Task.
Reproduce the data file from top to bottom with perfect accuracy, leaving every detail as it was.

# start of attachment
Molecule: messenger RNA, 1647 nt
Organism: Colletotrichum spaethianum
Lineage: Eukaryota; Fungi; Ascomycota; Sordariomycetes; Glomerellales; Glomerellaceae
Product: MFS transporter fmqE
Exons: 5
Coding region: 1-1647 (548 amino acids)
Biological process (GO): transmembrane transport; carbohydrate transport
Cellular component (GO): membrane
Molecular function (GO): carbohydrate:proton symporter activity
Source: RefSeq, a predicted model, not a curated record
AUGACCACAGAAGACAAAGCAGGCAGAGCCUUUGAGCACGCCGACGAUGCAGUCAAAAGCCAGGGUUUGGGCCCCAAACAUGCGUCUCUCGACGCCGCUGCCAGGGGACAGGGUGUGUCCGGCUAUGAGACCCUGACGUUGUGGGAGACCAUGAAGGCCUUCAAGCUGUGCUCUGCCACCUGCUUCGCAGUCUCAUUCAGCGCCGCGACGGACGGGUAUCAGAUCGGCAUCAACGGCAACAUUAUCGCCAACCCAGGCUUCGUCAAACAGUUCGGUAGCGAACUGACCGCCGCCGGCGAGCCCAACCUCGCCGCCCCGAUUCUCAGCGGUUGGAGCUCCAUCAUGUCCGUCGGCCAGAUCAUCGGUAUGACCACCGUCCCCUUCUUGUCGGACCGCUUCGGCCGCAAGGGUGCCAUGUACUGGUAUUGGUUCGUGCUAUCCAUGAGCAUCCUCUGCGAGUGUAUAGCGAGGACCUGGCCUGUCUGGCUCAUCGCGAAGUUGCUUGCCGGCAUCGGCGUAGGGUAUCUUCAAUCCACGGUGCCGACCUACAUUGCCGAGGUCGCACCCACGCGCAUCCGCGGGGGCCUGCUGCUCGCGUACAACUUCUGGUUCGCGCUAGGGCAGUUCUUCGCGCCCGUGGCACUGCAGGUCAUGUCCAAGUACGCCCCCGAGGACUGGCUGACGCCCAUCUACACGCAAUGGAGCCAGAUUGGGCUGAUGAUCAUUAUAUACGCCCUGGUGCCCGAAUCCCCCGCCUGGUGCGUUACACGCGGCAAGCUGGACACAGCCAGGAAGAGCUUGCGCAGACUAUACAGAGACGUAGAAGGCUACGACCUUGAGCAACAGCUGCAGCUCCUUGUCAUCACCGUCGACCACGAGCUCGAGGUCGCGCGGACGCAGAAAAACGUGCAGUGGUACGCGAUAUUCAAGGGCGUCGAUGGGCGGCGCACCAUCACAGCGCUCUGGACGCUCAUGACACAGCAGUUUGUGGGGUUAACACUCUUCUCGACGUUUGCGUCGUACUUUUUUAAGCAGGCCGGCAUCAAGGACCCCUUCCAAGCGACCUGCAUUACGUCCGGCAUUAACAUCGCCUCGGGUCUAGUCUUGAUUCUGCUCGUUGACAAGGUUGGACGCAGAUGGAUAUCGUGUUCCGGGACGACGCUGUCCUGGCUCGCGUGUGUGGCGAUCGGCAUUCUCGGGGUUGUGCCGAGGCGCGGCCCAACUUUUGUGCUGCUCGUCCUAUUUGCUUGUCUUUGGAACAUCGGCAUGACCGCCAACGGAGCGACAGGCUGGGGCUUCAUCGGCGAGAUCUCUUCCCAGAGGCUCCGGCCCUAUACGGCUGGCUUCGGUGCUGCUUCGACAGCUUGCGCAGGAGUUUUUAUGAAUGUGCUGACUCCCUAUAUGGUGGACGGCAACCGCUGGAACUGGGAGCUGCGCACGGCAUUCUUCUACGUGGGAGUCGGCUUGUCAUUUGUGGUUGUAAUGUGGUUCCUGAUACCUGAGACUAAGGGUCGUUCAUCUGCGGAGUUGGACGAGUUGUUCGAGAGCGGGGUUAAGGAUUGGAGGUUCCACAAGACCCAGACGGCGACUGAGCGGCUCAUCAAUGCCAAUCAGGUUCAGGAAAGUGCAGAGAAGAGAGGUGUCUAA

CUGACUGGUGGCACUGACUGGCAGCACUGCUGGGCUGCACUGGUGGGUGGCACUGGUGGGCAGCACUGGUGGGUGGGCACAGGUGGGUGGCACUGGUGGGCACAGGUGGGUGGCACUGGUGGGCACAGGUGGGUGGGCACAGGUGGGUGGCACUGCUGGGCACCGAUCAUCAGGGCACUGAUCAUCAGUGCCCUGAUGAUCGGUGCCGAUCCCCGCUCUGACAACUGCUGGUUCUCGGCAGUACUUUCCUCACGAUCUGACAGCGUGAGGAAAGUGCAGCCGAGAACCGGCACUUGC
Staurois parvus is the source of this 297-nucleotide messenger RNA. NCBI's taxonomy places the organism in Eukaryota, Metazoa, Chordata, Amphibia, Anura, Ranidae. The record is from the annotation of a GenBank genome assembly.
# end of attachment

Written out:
Molecule: messenger RNA, 1647 nt
Organism: Colletotrichum spaethianum
Lineage: Eukaryota; Fungi; Ascomycota; Sordariomycetes; Glomerellales; Glomerellaceae
Product: MFS transporter fmqE
Exons: 5
Coding region: 1-1647 (548 amino acids)
Biological process (GO): transmembrane transport; carbohydrate transport
Cellular component (GO): membrane
Molecular function (GO): carbohydrate:proton symporter activity
Source: RefSeq, a predicted model, not a curated record
AUGACCACAGAAGACAAAGCAGGCAGAGCCUUUGAGCACGCCGACGAUGCAGUCAAAAGCCAGGGUUUGGGCCCCAAACAUGCGUCUCUCGACGCCGCUGCCAGGGGACAGGGUGUGUCCGGCUAUGAGACCCUGACGUUGUGGGAGACCAUGAAGGCCUUCAAGCUGUGCUCUGCCACCUGCUUCGCAGUCUCAUUCAGCGCCGCGACGGACGGGUAUCAGAUCGGCAUCAACGGCAACAUUAUCGCCAACCCAGGCUUCGUCAAACAGUUCGGUAGCGAACUGACCGCCGCCGGCGAGCCCAACCUCGCCGCCCCGAUUCUCAGCGGUUGGAGCUCCAUCAUGUCCGUCGGCCAGAUCAUCGGUAUGACCACCGUCCCCUUCUUGUCGGACCGCUUCGGCCGCAAGGGUGCCAUGUACUGGUAUUGGUUCGUGCUAUCCAUGAGCAUCCUCUGCGAGUGUAUAGCGAGGACCUGGCCUGUCUGGCUCAUCGCGAAGUUGCUUGCCGGCAUCGGCGUAGGGUAUCUUCAAUCCACGGUGCCGACCUACAUUGCCGAGGUCGCACCCACGCGCAUCCGCGGGGGCCUGCUGCUCGCGUACAACUUCUGGUUCGCGCUAGGGCAGUUCUUCGCGCCCGUGGCACUGCAGGUCAUGUCCAAGUACGCCCCCGAGGACUGGCUGACGCCCAUCUACACGCAAUGGAGCCAGAUUGGGCUGAUGAUCAUUAUAUACGCCCUGGUGCCCGAAUCCCCCGCCUGGUGCGUUACACGCGGCAAGCUGGACACAGCCAGGAAGAGCUUGCGCAGACUAUACAGAGACGUAGAAGGCUACGACCUUGAGCAACAGCUGCAGCUCCUUGUCAUCACCGUCGACCACGAGCUCGAGGUCGCGCGGACGCAGAAAAACGUGCAGUGGUACGCGAUAUUCAAGGGCGUCGAUGGGCGGCGCACCAUCACAGCGCUCUGGACGCUCAUGACACAGCAGUUUGUGGGGUUAACACUCUUCUCGACGUUUGCGUCGUACUUUUUUAAGCAGGCCGGCAUCAAGGACCCCUUCCAAGCGACCUGCAUUACGUCCGGCAUUAACAUCGCCUCGGGUCUAGUCUUGAUUCUGCUCGUUGACAAGGUUGGACGCAGAUGGAUAUCGUGUUCCGGGACGACGCUGUCCUGGCUCGCGUGUGUGGCGAUCGGCAUUCUCGGGGUUGUGCCGAGGCGCGGCCCAACUUUUGUGCUGCUCGUCCUAUUUGCUUGUCUUUGGAACAUCGGCAUGACCGCCAACGGAGCGACAGGCUGGGGCUUCAUCGGCGAGAUCUCUUCCCAGAGGCUCCGGCCCUAUACGGCUGGCUUCGGUGCUGCUUCGACAGCUUGCGCAGGAGUUUUUAUGAAUGUGCUGACUCCCUAUAUGGUGGACGGCAACCGCUGGAACUGGGAGCUGCGCACGGCAUUCUUCUACGUGGGAGUCGGCUUGUCAUUUGUGGUUGUAAUGUGGUUCCUGAUACCUGAGACUAAGGGUCGUUCAUCUGCGGAGUUGGACGAGUUGUUCGAGAGCGGGGUUAAGGAUUGGAGGUUCCACAAGACCCAGACGGCGACUGAGCGGCUCAUCAAUGCCAAUCAGGUUCAGGAAAGUGCAGAGAAGAGAGGUGUCUAA

CUGACUGGUGGCACUGACUGGCAGCACUGCUGGGCUGCACUGGUGGGUGGCACUGGUGGGCAGCACUGGUGGGUGGGCACAGGUGGGUGGCACUGGUGGGCACAGGUGGGUGGCACUGGUGGGCACAGGUGGGUGGGCACAGGUGGGUGGCACUGCUGGGCACCGAUCAUCAGGGCACUGAUCAUCAGUGCCCUGAUGAUCGGUGCCGAUCCCCGCUCUGACAACUGCUGGUUCUCGGCAGUACUUUCCUCACGAUCUGACAGCGUGAGGAAAGUGCAGCCGAGAACCGGCACUUGC
Staurois parvus is the source of this 297-nucleotide messenger RNA. NCBI's taxonomy places the organism in Eukaryota, Metazoa, Chordata, Amphibia, Anura, Ranidae. The record is from the annotation of a GenBank genome assembly.